The Session class is the heart of the HTTP client, making it easy to share state between multiple requests, and enabling the use of with syntax. They’re responsible for determining everything about a request before handing it back to HTTPClient to be executed.

Argument Default Description
client   The HTTPClient instance this Session is associated with.
on_response   Optional. A callable that will handle any received responses, rather than the HTTPClient’s own on_response() method.
on_headers   Optional. A callable for when response headers have been received.
on_progress   Optional. A callable for progress notifications.
on_ssl_error   Optional. A callable responsible for handling SSL verification errors, if verify_ssl is True.
on_error   Optional. A callable that will handle any errors that occur.
timeout 30 Optional. The time to wait, in seconds, of no activity to allow before timing out.
max_redirects 10 Optional. The maximum number of times to follow a server-issued redirect.
keep_alive True Optional. Whether or not a single connection will be reused for multiple requests.
auth None Optional. An instance of AuthBase for authenticating requests to the server.
headers None Optional. A dictionary of default headers to send with requests.
verify_ssl False Optional. Whether or not to attempt to check the certificate of the remote secure server against its hostname.
ssl_options None Optional. Options to use when initializing SSL. See Stream.startSSL() for more.
client

The HTTPClient this Session is associated with.

delete(url, **kwargs)[source]

Begin a DELETE request. See request() for more details.

get(url, params=None, **kwargs)[source]

Begin a GET request. See request() for more details.

head(url, params=None, **kwargs)[source]

Begin a HEAD request. See request() for more details.

options(url, **kwargs)[source]

Begin an OPTIONS request. See request() for more details.

patch(url, data=None, **kwargs)[source]

Begin a PATCH request. See request() for more details.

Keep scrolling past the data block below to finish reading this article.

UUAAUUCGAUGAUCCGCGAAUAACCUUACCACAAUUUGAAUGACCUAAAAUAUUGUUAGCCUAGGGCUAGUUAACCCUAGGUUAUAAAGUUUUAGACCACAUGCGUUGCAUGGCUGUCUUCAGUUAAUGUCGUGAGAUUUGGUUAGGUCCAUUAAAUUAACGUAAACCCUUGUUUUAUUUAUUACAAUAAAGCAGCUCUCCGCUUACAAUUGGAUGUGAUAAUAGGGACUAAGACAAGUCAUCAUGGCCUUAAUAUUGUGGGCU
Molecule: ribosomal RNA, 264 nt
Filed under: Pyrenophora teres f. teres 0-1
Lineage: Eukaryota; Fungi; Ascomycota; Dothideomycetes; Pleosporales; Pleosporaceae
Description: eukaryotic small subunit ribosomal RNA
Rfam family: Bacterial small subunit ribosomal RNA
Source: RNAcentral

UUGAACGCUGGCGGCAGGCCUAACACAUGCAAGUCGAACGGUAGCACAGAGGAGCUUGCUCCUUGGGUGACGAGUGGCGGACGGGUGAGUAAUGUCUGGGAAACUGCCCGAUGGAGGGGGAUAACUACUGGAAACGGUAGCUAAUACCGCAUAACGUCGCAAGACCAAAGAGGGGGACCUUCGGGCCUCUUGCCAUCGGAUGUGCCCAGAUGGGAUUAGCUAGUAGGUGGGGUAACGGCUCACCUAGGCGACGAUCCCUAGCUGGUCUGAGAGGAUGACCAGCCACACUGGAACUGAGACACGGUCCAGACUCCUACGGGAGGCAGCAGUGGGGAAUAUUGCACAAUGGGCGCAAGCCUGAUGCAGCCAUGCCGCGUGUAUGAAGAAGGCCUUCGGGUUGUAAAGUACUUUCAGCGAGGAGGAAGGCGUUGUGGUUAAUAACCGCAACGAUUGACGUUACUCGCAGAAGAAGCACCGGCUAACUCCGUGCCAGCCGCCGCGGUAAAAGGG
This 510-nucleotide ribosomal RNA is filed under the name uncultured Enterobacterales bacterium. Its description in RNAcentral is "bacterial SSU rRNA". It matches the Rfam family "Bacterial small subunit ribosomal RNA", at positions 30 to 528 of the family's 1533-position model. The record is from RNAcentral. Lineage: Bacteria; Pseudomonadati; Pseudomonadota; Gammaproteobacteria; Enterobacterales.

post(url, data=None, files=None, **kwargs)[source]

Begin a POST request. See request() for more details.

put(url, data=None, **kwargs)[source]

Begin a PUT request. See request() for more details.

request(method, url, params=None, data=None, headers=None, cookies=None, files=None, auth=None, timeout=None, max_redirects=None, keep_alive=None)[source]

Begin a request.

Argument Description
method The HTTP method of the request.
url The URL to request.
params Optional. A dictionary or string of query parameters to add to the request.
data Optional. A dictionary or string of content to send in the request body.
headers Optional. A dictionary of headers to send with the request.
cookies Optional. A dictionary or CookieJar of cookies to send with the request.
files Optional. A dictionary of file-like objects to upload with the request.
auth Optional. An instance of AuthBase to use to authenticate the request.
timeout Optional. The time to wait, in seconds, of no activity to allow before timing out.
max_redirects Optional. The maximum number of times to follow a server-issued redirect.
keep_alive Optional. Whether or not to reuse the connection for multiple requests.
session(*args, **kwargs)[source]

Create a new session. See Session for details.

trace(url, **kwargs)[source]

Begin a TRACE request. See request() for more details.